Title and statement of responsibility area
General material designation
- textual record
Other title information
Title statements of responsibility
Level of description
Edition statement of responsibility
Class of material specific details area
Statement of scale (cartographic)
Statement of projection (cartographic)
Statement of coordinates (cartographic)
Statement of scale (architectural)
Issuing jurisdiction and denomination (philatelic)
Dates of creation area
- Douglas, James, Sir, 1803-1877
Physical description area
Publisher's series area
Title proper of publisher's series
Parallel titles of publisher's series
Other title information of publisher's series
Statement of responsibility relating to publisher's series
Numbering within publisher's series
Note on publisher's series
Archival description area
Name of creator
Sir James Douglas (1803-1877) was an HBC Officer and the Governor of the Colony of Vancouver Island and of the Colony of British Columbia.
James Douglas was born in British Guyana in 1803 to a woman of mixed European and African ancestry and a Scottish merchant named John Douglas. Along with the birth of James, John Douglas and James’ mother would have two other children, Alexander and Cecilia. John Douglas started a second family with Jessie Hamilton whom he married in Glasgow in 1809.
At a young age, James Douglas attended a preparatory school in Scotland. When he was 16, Douglas and his brother were hired by the North West Company and eventually found themselves at Fort William in 1819. When the North West Company and the Hudson’s Bay Company merged in 1821, Douglas managed to enter the HBC’s employ as a second clerk. In 1825, Douglas took charge of Fort Vermilion in Peace River for the summer, and crossed the Rockies in 1826 to bring supplies to New Caledonia from Fort Vancouver. Douglas worked around the area until he was asked to establish Fort Connolly on Bear Lake for the HBC.
In 1828 Douglas married Amelia Connolly, the daughter of William Connolly and a Cree woman. In 1830, he became an accountant under John McLoughlin at Fort Vancouver and for nine years Douglas steadily worked and gained the trust of his colleagues. After several smaller job advancements, Douglas was promoted by the HBC to Chief Factor in 1839. In 1842 he received instructions to establish a fort at the south of Vancouver Island and in 1843 he started the construction of Fort Victoria.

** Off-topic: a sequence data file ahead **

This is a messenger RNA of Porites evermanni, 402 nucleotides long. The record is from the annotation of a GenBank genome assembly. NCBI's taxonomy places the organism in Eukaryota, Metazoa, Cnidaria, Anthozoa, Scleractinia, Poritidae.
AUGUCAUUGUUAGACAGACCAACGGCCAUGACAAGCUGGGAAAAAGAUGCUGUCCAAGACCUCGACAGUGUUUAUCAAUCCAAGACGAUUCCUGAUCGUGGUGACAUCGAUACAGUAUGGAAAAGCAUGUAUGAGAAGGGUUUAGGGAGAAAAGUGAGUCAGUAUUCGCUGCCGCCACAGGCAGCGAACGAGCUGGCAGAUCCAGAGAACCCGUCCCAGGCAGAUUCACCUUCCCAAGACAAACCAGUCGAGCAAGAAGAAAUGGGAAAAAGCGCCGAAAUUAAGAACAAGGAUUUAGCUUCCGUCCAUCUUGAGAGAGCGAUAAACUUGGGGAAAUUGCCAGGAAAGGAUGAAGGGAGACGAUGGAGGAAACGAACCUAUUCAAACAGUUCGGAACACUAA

When the Oregon Treaty was signed in 1846, and the 49th parallel border was further extended from the Rocky Mountains to reach the west coast, Douglas knew that Britain needed to make a bigger claim on the land north of the 49th parallel. To do this, Douglas started a new brigade trail on British territory along the lower Fraser River to further establish control over the area and Britain set finances for the Colony of Vancouver Island to be established.
Douglas was expected to be Governor of the Colony of Vancouver Island but he was overlooked for Richard Blanshard. As it turned out, Blanshard only lasted as governor from 1849 – 1851; Douglas took over when Blanshard stepped down and held the position until 1864. As governor, Douglas oversaw and directed a lot of the growth of the west coast. Towns, roads, business, and communities were being built to establish a larger British colony. Douglas advised people to embrace the end of fur trading and encouraged farming, fishing, and coal mining instead.
The Colony of British Columba was created in 1858 and James Douglas was made Governor. Douglas remained Governor until 1864, and was knighted with 2nd level of the Order of the Bath around the same time as when he stepped down. After leaving his position Douglas spent the remainder of his life traveling around England and living in Victoria to connect with his family. James Douglas passed away 1877.